Physical Activity & Blood Glucose

Because diabetes a disorder that affects the way your body processes glucose, when you engage in physical activity you need to be especially aware of changes in blood glucose levels as your body burns extra glucose for energy. This can help you avoid problems like low blood glucose (hypoglycemia). Being aware of changes in blood glucose during physical activity is especially important if you take certain diabetes medications that increase risk for hypoglycemia, including insulin or diabetes medications that cause insulin secretion (called secretagogues), including sulfonylureas (glimepiride) and glinides (repaglinide and nateglinide).1

Should I avoid physical activity if my blood glucose is very high

In general, if your blood glucose is very high (250 mg/dL) and you take insulin, you should avoid vigorous physical activity. However, if your blood glucose is mildly elevated and you feel well, you may exercise safely. Remember, make sure to drink water so that you are adequately hydrated before, during, and after any physical activity. Dehydration can affect your blood glucose.2

How should I monitor blood glucose during exercise?

Even if you do not use insulin or a diabetes medications called secretagogues that increase secretion of insulin (this includes sulfonylureas [glimepiride] or glinides [repaglinide and nateglinide]) to control your diabetes, you may still want to use a blood glucose monitor to find out how your exercise routine affects your blood glucose level. Physical activities of long duration and low intensity typically cause blood glucose to decrease, but not to a problematic level. Try monitoring before, during, and after training several times so that you understand and anticipate exercise-related changes in blood glucose. Although exercise-related hypoglycemia is uncommon in people with diabetes who control their diabetes with lifestyle modifications alone or use diabetes medications other than insulin or secretagogues, if you find that your blood glucose gets too low during exercise or if you exercise for a long period of time or at a high-intensity level, plan to have a snack before you start exercise, or during or after you exercise.1-2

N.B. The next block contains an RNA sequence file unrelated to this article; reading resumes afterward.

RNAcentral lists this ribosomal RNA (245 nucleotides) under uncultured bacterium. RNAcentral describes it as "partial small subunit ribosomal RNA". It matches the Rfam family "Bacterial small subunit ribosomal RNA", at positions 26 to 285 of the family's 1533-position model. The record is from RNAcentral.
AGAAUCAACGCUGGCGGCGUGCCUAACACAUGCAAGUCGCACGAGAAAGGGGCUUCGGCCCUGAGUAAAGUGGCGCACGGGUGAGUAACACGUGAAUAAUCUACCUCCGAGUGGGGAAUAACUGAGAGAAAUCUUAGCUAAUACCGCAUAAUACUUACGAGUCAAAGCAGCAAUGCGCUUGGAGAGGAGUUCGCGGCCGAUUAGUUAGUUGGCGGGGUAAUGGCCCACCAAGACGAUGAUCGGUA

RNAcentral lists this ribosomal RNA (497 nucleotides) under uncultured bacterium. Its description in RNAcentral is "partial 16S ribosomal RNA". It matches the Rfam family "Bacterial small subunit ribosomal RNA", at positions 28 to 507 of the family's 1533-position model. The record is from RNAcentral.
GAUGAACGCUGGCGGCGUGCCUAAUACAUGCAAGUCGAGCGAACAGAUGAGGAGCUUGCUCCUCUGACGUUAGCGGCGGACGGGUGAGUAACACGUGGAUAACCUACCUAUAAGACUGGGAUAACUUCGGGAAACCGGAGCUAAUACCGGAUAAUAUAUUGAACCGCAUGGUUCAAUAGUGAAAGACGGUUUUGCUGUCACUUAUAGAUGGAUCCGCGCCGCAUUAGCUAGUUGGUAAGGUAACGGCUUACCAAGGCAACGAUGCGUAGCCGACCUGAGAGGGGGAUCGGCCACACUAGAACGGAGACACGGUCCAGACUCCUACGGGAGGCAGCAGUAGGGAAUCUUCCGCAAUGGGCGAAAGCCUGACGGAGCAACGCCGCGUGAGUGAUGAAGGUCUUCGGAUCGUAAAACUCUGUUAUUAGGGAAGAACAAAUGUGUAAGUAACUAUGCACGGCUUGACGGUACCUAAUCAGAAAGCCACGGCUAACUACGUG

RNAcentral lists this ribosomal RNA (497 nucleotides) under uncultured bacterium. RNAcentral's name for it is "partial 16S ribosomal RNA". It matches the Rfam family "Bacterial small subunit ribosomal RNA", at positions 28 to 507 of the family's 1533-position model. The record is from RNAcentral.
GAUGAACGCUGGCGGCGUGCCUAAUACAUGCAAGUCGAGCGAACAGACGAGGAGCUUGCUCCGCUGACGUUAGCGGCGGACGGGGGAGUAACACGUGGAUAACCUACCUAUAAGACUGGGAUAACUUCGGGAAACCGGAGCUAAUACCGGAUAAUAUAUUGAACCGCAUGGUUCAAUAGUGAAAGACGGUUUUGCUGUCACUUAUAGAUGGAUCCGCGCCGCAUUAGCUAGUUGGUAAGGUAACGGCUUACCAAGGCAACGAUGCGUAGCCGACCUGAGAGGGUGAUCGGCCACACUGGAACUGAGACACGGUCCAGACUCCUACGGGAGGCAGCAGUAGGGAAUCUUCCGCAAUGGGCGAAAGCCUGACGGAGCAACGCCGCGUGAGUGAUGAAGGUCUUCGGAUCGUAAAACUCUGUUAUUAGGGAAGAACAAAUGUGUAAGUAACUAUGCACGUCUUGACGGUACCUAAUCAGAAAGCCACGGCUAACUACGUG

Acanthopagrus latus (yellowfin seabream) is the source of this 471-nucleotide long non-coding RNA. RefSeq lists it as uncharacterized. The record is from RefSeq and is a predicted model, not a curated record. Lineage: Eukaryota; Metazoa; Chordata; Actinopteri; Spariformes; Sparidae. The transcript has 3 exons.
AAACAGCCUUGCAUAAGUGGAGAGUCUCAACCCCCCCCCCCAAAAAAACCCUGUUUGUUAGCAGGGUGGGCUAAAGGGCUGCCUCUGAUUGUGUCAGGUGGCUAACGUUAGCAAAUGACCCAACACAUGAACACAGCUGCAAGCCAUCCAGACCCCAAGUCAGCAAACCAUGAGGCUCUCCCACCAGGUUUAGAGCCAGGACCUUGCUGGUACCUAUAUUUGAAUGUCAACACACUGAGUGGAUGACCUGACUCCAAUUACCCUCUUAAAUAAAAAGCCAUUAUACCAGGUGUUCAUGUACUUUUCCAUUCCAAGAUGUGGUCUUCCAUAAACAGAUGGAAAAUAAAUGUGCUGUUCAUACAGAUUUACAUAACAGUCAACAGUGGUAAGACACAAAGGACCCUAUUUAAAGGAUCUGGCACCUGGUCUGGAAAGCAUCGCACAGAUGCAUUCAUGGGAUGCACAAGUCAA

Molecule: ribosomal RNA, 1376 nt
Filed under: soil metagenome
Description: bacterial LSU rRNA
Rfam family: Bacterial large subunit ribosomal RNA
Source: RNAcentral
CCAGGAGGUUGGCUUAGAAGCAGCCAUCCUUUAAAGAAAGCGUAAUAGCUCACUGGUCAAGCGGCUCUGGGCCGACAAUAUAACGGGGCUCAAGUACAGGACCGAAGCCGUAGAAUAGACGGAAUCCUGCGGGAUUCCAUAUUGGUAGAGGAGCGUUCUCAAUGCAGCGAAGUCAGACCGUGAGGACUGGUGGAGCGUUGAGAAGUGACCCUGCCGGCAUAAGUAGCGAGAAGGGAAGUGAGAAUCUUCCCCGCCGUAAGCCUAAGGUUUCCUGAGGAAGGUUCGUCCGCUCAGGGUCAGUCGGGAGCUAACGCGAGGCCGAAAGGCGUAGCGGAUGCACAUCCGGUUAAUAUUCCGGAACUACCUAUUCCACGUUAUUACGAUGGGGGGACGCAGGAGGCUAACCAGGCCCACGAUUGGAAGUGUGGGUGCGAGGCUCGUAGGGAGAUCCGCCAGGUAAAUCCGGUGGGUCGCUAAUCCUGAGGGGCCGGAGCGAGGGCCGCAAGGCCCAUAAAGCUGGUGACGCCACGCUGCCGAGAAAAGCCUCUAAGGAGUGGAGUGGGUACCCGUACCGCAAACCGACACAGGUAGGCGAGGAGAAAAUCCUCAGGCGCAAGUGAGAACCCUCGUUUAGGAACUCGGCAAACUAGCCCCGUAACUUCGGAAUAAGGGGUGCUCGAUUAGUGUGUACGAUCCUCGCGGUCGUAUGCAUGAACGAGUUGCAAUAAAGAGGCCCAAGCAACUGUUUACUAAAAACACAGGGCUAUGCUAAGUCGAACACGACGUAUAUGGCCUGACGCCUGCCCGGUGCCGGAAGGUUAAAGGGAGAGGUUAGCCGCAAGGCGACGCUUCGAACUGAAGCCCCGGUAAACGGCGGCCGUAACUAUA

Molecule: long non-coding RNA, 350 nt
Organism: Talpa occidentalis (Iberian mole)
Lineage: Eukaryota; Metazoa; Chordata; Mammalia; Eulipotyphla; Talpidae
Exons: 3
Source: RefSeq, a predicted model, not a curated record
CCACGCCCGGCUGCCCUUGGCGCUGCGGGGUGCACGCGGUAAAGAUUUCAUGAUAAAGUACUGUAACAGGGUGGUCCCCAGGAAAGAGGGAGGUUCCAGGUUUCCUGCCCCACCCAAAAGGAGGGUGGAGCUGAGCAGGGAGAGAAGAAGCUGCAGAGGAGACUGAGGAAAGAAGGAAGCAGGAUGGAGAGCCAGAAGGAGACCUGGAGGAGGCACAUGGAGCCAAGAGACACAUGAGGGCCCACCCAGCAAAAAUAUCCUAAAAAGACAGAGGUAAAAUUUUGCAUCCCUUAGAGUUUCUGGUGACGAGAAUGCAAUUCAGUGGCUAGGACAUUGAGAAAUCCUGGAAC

If you take insulin or a secretagogue, you should measure your blood glucose before exercise. If the level is under 100 mg/dL, you should have a snack (15 grams of carbohydrate) before starting physical activity. When you finish exercising, make sure to take a blood glucose measurement. After exercising, your blood sugar may continue to drop because the body is using available blood glucose to replenish its store of glycogen. You may want to try eating some carbohydrate after exercising to compensate for this after-exercise decrease in blood glucose If you engage in high-intensity or long duration physical activity, to prevent post-exercise hypoglycemia, take 5-30 grams of carbohydrate during physical activity and within 30 minutes of finishing.1

If you take insulin, keep in mind that the most common cause of exercise-related hypoglycemia is not getting adequate carbohydrate intake before, during, and after physical activity.2

Should I adjust my insulin dose when I’m exercising?

If you take insulin to control your diabetes, speak with your healthcare provider about whether you should adjust your insulin dose when you exercise. If your provider recommends that you adjust your dose of insulin to compensate for the effects of physical activity, he or she will work with you to develop a strategy for adjusting the dose.

Whether you should adjust your insulin dose due to physical activity will depend on the kind of insulin regimen you are using. If you use a fixed regimen of insulin, that is if you take insulin at the same times every day, you should schedule your training at the same time every day to help you maintain predictable blood glucose levels.

If you use a more flexible insulin regimen, your healthcare provider may want you to adjust your insulin dosing depending on how physical activity affects your blood glucose level. One rule of thumb is to reduce the dose of insulin you take closest to your training time by about 30%. Decreasing your insulin dose is most important for people who exercise for a long period of time (over 60 minutes).3